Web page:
Safety, Quality, Competitive Advantage & Recession Resiliency Metrics
These are the metrics found in the “Safety, Quality, Competitive Advantage & Recession Resiliency” section of each Sure Analysis Research Database report. Metrics are listed in the order they appear in the “Safety, Quality, Competitive Advantage & Recession Resiliency” of each Sure Analysis Research Database report.
GP/A: GP/A stands for “Gross Profit divided by Assets.” It measures the profitability of a company based on its assets. In other words, how well the company is using its assets to make money. The higher the GP/A ratio, the better. Companies that score well using this metric have historically outperformed.
Debt/A: Debt/A stands for “Debt divided by Assets.” It measures the capital structure of a business. Businesses with higher debt to asset ratios employ more leverage.
Interest Coverage: The interest coverage ratio is calculated as trailing twelve-month EBIT (Earnings Before Interest & Taxes) divided by trailing twelve-month interest expense. It shows how many times the pretax and per-interest expense profit the company makes covers its interest expense.
Maximum Drawdown: Maximum drawdown measures the largest decline a security has experienced, factoring in dividends. It is calculated as (peak value before largest drop – lowest value before new high established) / (peak value before largest drop).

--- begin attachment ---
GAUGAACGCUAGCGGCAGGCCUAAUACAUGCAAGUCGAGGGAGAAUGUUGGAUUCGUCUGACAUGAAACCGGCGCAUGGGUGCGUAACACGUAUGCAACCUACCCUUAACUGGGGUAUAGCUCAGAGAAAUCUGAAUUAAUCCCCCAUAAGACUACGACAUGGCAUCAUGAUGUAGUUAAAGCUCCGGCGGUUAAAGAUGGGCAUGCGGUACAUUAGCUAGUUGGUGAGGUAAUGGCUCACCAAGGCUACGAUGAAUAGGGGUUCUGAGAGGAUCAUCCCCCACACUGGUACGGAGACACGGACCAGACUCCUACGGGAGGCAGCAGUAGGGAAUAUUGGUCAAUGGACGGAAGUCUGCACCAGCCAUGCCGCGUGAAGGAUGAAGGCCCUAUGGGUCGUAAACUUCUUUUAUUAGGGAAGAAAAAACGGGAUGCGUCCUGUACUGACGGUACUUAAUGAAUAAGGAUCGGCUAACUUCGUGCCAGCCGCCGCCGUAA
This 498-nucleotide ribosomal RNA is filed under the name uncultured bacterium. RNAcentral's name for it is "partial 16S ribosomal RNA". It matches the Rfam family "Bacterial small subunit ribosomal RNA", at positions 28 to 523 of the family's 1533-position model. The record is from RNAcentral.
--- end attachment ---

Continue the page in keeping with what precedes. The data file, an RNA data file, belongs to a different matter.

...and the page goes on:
Payout Ratio: The payout ratio is calculated using data for the “Growth On A Per-Share Basis” section. It is calculated as dividends or distributions per share divided by EPS (or a similar metric). A payout ratio over 100% is unsustainable. The higher the payout ratio, the riskier the dividend, all other things being equal.
Standard Deviation: Standard deviation is measured using price data over the last year. Lower standard deviation stocks have a less “bumpy ride;” the stock price zigs and zags less. Low standard deviation stocks have historically outperformed.
Income Statement Metrics
Revenue: Revenue, otherwise known as sales, is the money coming into a company. It is the money generated from selling a product or service or from other normal courses of business.
Gross Profit: Gross profit is revenue less cost of goods sold. It is profit after deducting the costs of providing the product/service (such as manufacturing), but before all other costs.
Gross Margin: Gross margin is gross profit divided by revenue. It is a measure of how profitable the company’s products/services are before accounting for any business overhead.
SG&A Exp.: SG&A Exp. stands for “Selling, General & Administrative Expense.” It is the sum of expenses related to selling and managing a business. Common SG&A items include shipping to customers, warehousing, salaries, rent, utilities, and so on.
D&A Exp.: D&A Exp. stands for “Depreciation & Amortization Expense.” These are non-cash accounting charges designed to smooth or approximate replacement costs. A classic example of depreciation is the declining value of a vehicle. Amortization is the write-off of an intangible asset over time. An example would be the amortization of a patent.
Operating Profit: Operating profit is earnings before interest and taxes. It looks at how much money the business makes before paying interest on debt and government taxes.